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  Board Should be Advancing Mission Rather Than Wasting Time Potpourri

Canadian FundRaiserI once worked with someone who, when he found a meeting boring, would figure out the true cost of the meeting. He would estimate the salaries of those present, calculate a per hour rate, add in travel, accommodation and venue costs, and then come up with his guess of how much the event was really costing. The dollar figure was always a jaw-dropper. That old chestnut “time is money” applied. Meetings are expensive.

The most precious asset of your directors is their time in board meetings. While a board meeting is the occasion for the board to exercise oversight and transact business, in that short time frame, good boards must also lead and inspire the organization to greatness.

Too often, boards get mired in the weeds. Meetings can be dull, boring, last too long, get stuck on operational details, focus on the wrong things, and be irrelevant. Board members can find it difficult to demonstrate the kind of dynamic oversight that advances the organization and appropriately challenges and supports management.

Root causes can be the lack of experience on the part of the board members themselves, the long-standing culture of a board, the style of a chair or chief staff officer, or a mix of these factors. In any case, when meetings of the board are poorly organized, weakly executed and dull, directors can soon feel listless about their governance role and hungry for more impact on the organization they serve.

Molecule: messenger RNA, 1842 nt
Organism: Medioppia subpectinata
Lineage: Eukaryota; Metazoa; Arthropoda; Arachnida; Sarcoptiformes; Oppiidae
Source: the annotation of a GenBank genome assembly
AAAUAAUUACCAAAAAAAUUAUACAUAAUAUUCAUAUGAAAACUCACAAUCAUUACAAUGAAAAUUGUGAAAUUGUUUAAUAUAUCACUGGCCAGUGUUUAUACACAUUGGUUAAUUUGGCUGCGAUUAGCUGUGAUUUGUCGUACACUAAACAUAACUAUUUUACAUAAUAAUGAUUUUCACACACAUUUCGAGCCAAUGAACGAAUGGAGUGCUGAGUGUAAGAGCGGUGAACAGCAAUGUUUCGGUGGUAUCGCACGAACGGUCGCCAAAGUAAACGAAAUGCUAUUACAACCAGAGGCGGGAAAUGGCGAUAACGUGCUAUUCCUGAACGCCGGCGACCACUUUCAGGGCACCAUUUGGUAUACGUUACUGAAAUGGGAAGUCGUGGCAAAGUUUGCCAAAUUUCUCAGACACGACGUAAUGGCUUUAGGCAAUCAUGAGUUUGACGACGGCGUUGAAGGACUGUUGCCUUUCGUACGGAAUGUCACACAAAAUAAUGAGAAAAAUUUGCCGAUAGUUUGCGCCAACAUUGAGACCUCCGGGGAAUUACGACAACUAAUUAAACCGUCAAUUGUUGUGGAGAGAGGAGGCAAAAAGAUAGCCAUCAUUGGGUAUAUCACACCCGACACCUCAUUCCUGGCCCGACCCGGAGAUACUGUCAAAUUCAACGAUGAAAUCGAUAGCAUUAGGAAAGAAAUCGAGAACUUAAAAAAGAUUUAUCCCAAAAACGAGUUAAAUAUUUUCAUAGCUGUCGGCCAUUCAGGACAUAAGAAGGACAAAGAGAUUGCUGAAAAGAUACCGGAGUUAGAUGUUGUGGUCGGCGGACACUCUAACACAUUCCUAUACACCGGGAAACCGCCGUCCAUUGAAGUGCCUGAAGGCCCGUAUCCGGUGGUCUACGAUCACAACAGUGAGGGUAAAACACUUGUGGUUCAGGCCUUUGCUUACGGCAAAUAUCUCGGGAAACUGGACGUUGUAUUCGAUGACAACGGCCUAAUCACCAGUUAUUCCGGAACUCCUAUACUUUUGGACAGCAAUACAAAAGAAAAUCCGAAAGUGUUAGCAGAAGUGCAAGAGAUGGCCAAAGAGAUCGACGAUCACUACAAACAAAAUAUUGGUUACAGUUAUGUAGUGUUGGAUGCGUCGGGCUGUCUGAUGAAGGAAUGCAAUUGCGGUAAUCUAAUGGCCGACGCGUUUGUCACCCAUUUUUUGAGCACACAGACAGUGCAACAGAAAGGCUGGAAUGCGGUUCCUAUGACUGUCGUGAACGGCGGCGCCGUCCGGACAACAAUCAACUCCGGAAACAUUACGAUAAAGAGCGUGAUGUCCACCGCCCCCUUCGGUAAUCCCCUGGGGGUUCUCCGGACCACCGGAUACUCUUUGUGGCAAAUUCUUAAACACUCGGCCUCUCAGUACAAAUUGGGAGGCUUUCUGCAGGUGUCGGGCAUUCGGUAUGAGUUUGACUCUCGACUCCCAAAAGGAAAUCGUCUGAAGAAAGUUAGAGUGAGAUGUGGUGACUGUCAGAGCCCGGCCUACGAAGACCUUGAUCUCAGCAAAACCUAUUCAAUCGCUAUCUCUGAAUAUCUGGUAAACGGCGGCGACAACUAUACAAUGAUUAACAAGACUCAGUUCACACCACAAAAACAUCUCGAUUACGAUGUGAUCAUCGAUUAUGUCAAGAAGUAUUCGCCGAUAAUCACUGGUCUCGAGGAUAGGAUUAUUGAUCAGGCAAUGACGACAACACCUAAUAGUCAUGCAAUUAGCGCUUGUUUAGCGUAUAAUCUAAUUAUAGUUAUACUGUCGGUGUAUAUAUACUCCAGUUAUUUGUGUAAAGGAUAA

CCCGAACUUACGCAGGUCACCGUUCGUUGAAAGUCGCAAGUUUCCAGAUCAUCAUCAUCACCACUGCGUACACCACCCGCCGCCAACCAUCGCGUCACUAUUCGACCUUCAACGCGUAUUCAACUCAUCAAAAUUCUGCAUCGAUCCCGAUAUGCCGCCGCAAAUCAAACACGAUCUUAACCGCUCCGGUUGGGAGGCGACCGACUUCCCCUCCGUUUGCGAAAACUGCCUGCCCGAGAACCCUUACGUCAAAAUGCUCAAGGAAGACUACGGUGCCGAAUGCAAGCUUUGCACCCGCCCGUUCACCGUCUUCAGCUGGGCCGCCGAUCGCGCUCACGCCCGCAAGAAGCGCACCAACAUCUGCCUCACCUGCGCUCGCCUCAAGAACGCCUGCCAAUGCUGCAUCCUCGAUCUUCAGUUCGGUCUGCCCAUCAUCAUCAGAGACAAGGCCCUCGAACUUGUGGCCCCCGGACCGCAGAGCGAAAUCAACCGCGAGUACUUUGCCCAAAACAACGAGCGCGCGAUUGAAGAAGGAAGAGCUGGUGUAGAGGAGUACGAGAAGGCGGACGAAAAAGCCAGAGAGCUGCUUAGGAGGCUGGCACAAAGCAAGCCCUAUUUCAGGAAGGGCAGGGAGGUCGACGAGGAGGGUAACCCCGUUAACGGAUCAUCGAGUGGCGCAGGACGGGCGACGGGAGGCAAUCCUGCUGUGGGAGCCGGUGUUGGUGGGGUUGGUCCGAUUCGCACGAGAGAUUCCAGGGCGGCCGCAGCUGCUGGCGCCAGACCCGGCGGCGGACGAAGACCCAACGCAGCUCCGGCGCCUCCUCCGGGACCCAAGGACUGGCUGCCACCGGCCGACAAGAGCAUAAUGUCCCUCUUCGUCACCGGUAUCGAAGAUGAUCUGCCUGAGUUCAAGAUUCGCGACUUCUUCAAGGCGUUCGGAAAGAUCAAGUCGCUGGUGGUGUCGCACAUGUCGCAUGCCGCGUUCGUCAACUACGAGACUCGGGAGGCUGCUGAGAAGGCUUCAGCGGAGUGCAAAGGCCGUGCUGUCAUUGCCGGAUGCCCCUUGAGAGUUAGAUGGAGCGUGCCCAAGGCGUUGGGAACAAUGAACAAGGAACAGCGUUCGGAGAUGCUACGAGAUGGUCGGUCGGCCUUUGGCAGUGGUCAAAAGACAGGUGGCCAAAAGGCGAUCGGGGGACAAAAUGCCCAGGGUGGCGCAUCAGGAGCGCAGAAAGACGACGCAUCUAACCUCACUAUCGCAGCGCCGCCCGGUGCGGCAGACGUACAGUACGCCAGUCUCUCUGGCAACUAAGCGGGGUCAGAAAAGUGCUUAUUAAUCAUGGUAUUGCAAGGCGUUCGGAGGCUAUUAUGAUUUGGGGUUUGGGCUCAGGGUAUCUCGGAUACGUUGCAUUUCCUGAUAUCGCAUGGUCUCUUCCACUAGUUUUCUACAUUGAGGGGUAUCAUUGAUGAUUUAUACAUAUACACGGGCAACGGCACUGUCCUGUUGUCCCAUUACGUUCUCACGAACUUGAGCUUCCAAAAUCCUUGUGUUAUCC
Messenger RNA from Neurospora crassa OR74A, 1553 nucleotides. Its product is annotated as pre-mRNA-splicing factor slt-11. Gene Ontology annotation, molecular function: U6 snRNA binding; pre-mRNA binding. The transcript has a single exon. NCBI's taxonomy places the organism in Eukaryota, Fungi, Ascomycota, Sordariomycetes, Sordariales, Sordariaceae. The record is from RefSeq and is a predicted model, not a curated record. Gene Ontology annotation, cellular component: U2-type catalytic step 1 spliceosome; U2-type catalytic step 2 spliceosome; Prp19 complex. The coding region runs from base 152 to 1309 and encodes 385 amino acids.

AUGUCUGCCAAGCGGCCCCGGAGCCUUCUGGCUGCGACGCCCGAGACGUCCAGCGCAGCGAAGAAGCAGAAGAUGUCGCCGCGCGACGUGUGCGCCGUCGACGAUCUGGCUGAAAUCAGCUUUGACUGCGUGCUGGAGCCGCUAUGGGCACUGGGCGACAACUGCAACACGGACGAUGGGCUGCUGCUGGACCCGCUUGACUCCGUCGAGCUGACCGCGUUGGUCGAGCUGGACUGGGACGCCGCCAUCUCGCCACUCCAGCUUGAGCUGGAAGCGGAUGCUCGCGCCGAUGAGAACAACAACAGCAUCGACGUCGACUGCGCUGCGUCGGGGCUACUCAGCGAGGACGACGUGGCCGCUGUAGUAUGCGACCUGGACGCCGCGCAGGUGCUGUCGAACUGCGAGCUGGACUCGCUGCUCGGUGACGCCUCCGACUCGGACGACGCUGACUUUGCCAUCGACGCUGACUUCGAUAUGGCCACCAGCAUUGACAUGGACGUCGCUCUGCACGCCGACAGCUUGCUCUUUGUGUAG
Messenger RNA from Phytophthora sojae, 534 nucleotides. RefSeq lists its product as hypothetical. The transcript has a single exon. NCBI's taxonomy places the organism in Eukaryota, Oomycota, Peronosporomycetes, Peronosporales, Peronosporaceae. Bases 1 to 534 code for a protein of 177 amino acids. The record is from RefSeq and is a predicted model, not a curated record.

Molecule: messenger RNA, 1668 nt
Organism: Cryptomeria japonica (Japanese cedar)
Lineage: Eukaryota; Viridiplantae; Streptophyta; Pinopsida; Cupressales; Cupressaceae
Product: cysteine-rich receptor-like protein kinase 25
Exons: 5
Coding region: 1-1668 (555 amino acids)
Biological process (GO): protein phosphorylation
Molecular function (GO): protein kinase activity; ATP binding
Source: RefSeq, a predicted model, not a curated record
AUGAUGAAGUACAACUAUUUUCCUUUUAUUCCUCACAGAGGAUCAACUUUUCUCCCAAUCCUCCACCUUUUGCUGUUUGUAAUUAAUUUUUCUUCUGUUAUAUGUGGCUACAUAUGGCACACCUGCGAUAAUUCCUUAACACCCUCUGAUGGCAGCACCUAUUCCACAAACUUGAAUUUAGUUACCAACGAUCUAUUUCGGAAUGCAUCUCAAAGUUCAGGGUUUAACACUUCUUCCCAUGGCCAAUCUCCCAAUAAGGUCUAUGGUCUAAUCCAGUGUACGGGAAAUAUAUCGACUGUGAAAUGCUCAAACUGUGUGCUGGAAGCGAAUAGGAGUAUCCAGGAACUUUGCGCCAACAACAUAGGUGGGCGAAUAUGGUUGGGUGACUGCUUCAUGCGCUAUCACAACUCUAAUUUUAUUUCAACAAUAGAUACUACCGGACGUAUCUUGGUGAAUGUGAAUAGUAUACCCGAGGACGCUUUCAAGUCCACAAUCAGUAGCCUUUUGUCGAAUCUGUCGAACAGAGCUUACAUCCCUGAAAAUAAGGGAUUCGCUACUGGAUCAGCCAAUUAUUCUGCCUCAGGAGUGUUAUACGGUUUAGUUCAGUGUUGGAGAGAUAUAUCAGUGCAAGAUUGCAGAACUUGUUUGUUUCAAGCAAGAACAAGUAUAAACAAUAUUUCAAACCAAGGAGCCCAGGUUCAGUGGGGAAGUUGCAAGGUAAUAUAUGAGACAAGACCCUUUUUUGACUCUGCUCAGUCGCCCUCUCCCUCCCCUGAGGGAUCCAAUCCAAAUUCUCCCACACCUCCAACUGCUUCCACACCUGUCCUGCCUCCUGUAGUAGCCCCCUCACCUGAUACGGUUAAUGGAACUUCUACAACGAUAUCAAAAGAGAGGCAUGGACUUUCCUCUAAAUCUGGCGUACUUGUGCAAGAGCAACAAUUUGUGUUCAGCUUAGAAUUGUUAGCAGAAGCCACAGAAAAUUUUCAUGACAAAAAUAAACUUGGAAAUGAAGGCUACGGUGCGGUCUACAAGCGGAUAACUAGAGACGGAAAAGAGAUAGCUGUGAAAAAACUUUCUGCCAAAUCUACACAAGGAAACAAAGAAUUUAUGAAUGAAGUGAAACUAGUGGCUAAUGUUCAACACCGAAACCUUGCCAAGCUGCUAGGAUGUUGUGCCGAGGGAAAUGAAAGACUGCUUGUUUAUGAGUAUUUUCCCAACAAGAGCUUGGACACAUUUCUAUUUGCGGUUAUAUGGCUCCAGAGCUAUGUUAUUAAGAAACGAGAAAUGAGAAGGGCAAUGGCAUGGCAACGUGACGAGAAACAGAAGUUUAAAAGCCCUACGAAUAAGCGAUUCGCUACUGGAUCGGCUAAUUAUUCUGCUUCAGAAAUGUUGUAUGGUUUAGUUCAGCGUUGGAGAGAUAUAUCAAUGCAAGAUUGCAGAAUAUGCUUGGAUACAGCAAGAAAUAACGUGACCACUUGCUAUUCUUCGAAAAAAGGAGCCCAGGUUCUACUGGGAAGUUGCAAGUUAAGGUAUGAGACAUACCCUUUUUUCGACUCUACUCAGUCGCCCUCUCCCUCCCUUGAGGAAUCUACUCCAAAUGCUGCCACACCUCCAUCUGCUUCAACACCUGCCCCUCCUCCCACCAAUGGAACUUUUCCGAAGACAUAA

How do you put a tiger in the boardroom and create dynamic worthwhile board meetings? How do good boards make the most of their precious meeting time? Here are some suggestions:

Propose a “flight plan“ for the meeting at the outset

Start by creating an annotated agenda for the chairperson. An annotated agenda outlines the reason why the item is on the agenda, what the discussion strategy will be, its time allotment and expected outcome (whether for decision or for information). At the beginning of the meeting, the Chair goes over this flight plan. New business is integrated, time permitting. After this orientation, when board members vote to approve the agenda, they sign on to realizing the deliverables of the meeting.

Create a natural flow with important items given space